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Veto Message

August 15, 1876

To the Senate of the United States:

For the reasons presented in the accompanying communications, submitted by the Secretary of War, I have the honor to return herewith without my approval Senate bill No. 561, entitled "An act for the relief of Major Junius T. Turner."



Washington City, August 14, 1876.


SIR: I have the honor to return Senate bill 561, "for the relief of Major Junius T. Turner," with copy of the report of the Adjutant-General of this date, stating objections to the approval of the bill.

Very respectfully, your obedient servant,


Secretary of War .


August 14, 1876.

Respectfully returned to the Secretary of War.

The following objections exist to this bill becoming a law:

The bill as passed both Houses awards "such sum as shall equal the travel pay of a captain of volunteers from Washington, D. C., to San Francisco, Cal. ," whereas at the date of the discharge of Junius T. Turner he was a private of Company E, California Battalion, Second Massachusetts Cavalry, and not a commissioned officer.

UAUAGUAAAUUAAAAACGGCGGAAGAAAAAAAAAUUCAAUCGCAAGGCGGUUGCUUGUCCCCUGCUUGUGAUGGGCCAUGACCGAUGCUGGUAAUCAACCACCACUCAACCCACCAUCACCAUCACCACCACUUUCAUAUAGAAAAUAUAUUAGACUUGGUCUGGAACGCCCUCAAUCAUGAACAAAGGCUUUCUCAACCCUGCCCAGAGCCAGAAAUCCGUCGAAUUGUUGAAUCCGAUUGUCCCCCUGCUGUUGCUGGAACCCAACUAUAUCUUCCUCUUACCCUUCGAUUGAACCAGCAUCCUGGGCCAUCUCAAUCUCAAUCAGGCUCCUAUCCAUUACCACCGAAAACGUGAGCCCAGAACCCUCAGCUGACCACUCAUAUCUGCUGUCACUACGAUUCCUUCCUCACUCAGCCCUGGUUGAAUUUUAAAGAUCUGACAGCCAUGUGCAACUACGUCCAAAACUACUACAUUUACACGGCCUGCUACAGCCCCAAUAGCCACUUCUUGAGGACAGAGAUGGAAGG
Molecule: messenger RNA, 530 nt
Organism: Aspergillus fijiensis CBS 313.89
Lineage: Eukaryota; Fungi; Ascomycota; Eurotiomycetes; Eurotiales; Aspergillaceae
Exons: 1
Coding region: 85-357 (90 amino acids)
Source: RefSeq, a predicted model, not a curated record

Aside from this, under the established regulations and rulings of the Treasury and War Departments, "a soldier, on receiving and accepting a commission as a company officer, is not entitled to traveling allowances." A departure from this rule, heretofore adhered to, would open up a very wide field for similar claims.

Private Junius T. Turner, Second Massachusetts Cavalry, was discharged by way of favor March 28, 1864, to accept promotion as second lieutenant, Third Maryland Cavalry, and was mustered as of that grade in said regiment March 29, 1864.

He was honorably discharged September 7, 1865, as captain, Third Maryland Cavalry, as set forth in the inclosed official copy of a letter* from this office, dated June 7, 1876, to Hon. C. D. MacDougall, M. C., of Committee on Military Affairs, House of Representatives.




(The Senate proceeded, as the Constitution prescribes, to reconsider the said bill returned by the president of the United States with his objections, and pending the question, Shall the bill pass, the objections of the President of the United States to the contrary notwithstanding? it was ordered that the message be referred to the Committee on Military Affairs. At the next (second) session of the Forty-fourth Congress the following message was received:)

Ulysses S. Grant, Veto Message Online by Gerhard Peters and John T. Woolley, The American Presidency Project https://www.presidency.ucsb.edu/node/203490

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